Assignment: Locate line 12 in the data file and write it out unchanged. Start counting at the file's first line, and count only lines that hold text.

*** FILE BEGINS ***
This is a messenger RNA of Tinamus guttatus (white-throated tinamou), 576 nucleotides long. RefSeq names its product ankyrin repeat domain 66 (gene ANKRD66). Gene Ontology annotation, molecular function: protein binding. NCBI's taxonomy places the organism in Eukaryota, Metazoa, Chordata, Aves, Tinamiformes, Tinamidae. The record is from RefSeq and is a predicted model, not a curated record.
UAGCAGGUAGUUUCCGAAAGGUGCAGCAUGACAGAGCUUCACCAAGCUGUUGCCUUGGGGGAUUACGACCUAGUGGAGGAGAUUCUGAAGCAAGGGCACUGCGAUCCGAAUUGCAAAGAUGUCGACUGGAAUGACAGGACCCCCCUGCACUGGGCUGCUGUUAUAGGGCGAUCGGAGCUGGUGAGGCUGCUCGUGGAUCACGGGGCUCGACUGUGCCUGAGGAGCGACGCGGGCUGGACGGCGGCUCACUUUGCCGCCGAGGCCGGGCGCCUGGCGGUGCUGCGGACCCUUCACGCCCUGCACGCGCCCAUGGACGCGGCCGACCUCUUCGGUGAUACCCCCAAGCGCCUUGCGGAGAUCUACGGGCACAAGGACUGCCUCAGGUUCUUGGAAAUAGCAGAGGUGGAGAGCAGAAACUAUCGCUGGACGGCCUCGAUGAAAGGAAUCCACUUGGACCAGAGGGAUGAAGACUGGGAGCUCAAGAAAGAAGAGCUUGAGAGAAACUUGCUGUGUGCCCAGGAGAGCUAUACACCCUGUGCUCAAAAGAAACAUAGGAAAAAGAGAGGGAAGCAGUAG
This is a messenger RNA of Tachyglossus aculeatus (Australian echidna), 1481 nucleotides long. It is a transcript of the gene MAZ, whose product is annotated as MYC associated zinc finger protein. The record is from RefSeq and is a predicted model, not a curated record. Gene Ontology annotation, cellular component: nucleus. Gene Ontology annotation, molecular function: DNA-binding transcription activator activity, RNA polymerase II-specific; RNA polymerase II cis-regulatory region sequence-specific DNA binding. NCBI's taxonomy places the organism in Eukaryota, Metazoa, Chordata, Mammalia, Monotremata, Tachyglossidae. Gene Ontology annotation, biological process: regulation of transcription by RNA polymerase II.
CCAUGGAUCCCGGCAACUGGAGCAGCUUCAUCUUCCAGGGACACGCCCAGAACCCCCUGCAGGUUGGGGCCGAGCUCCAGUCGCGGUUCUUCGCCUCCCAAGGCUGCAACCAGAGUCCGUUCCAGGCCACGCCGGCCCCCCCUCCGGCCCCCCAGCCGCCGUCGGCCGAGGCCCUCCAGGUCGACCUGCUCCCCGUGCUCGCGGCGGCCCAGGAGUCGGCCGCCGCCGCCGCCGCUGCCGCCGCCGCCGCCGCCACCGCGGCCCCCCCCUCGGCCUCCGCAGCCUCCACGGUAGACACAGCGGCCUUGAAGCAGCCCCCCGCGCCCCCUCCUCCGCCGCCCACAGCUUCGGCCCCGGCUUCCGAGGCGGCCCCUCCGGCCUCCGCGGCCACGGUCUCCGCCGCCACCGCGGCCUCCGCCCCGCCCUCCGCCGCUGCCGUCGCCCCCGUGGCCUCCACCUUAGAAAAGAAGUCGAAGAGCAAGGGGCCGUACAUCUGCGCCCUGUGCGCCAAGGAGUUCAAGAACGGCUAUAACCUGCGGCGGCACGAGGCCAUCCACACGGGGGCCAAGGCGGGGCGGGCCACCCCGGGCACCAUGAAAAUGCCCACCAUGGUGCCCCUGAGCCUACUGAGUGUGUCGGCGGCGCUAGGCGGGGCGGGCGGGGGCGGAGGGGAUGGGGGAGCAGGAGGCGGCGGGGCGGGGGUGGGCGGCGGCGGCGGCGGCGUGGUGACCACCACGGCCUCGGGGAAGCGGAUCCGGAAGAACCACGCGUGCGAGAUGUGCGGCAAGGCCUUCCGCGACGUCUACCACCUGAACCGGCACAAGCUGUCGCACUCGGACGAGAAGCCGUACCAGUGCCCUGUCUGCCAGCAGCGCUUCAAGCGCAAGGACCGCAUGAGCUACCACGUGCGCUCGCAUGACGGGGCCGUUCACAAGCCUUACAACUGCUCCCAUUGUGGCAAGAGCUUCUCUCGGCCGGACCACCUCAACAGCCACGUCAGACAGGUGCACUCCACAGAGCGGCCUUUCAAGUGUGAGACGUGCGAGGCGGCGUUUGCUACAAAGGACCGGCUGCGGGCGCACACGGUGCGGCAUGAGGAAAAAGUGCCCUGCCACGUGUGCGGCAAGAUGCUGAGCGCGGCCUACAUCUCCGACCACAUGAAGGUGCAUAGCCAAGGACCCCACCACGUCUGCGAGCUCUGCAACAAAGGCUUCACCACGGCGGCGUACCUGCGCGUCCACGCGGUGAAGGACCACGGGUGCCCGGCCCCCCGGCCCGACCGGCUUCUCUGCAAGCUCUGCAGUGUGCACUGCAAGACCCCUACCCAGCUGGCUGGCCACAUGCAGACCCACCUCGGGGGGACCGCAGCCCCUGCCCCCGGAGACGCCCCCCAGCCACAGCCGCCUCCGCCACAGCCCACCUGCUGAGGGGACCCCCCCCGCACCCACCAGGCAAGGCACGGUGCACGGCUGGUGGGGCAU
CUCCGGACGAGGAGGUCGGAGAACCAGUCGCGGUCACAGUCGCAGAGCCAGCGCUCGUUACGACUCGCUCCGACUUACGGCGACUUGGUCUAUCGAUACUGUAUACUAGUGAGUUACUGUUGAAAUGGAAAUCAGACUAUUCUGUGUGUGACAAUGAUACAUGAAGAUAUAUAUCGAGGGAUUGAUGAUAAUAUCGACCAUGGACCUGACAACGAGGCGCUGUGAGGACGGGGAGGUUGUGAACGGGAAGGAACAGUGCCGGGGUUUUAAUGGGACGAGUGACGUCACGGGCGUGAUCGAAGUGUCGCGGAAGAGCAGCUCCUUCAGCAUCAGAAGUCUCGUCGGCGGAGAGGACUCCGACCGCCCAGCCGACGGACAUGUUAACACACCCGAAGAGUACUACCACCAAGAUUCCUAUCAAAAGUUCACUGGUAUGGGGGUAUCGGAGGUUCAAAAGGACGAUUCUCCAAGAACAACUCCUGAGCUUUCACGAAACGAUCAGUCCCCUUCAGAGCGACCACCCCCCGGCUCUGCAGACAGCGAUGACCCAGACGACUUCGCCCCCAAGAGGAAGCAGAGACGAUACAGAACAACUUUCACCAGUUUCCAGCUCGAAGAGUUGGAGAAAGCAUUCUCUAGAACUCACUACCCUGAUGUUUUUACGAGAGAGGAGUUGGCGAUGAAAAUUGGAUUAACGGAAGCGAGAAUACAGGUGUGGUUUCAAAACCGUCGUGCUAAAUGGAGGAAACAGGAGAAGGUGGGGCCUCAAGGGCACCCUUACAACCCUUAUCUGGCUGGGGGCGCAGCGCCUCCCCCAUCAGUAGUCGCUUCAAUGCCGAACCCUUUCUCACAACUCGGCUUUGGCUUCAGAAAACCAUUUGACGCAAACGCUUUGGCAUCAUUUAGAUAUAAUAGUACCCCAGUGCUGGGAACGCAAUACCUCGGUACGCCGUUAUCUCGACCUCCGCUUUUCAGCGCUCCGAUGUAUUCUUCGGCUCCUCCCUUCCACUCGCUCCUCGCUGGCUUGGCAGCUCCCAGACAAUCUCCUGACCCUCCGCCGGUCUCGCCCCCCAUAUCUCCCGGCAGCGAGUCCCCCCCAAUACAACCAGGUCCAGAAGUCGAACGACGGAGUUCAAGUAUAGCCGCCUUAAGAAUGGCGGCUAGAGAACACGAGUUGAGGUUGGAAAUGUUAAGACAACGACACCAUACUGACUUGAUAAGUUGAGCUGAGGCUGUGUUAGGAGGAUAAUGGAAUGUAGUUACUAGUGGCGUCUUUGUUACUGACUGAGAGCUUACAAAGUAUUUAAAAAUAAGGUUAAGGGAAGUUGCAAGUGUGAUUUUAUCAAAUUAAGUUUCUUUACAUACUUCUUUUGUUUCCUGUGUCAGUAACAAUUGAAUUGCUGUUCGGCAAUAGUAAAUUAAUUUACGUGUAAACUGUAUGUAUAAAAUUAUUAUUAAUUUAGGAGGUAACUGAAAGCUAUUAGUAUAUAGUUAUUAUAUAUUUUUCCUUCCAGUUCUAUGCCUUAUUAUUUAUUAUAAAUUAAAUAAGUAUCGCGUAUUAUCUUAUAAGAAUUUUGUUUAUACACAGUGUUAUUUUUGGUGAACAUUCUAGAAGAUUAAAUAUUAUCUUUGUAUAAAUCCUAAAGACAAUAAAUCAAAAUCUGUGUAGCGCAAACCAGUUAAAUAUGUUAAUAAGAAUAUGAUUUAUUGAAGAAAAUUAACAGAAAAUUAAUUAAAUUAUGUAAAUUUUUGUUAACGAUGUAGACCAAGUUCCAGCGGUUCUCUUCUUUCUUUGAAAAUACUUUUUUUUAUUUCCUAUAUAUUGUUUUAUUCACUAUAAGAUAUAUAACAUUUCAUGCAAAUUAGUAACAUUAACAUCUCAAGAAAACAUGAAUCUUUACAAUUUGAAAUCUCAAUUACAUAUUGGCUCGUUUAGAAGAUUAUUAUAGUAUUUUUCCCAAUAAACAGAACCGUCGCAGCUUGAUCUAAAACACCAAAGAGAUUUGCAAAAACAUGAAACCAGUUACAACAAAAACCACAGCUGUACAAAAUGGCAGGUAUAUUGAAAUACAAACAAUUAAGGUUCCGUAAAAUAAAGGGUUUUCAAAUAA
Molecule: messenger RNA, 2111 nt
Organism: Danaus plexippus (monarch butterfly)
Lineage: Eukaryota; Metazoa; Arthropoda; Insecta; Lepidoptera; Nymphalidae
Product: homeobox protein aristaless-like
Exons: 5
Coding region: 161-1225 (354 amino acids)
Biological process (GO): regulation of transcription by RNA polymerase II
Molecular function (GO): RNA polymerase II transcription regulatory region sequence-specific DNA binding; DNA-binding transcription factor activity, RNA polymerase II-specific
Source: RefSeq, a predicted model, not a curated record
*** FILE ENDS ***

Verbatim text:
Biological process (GO): regulation of transcription by RNA polymerase II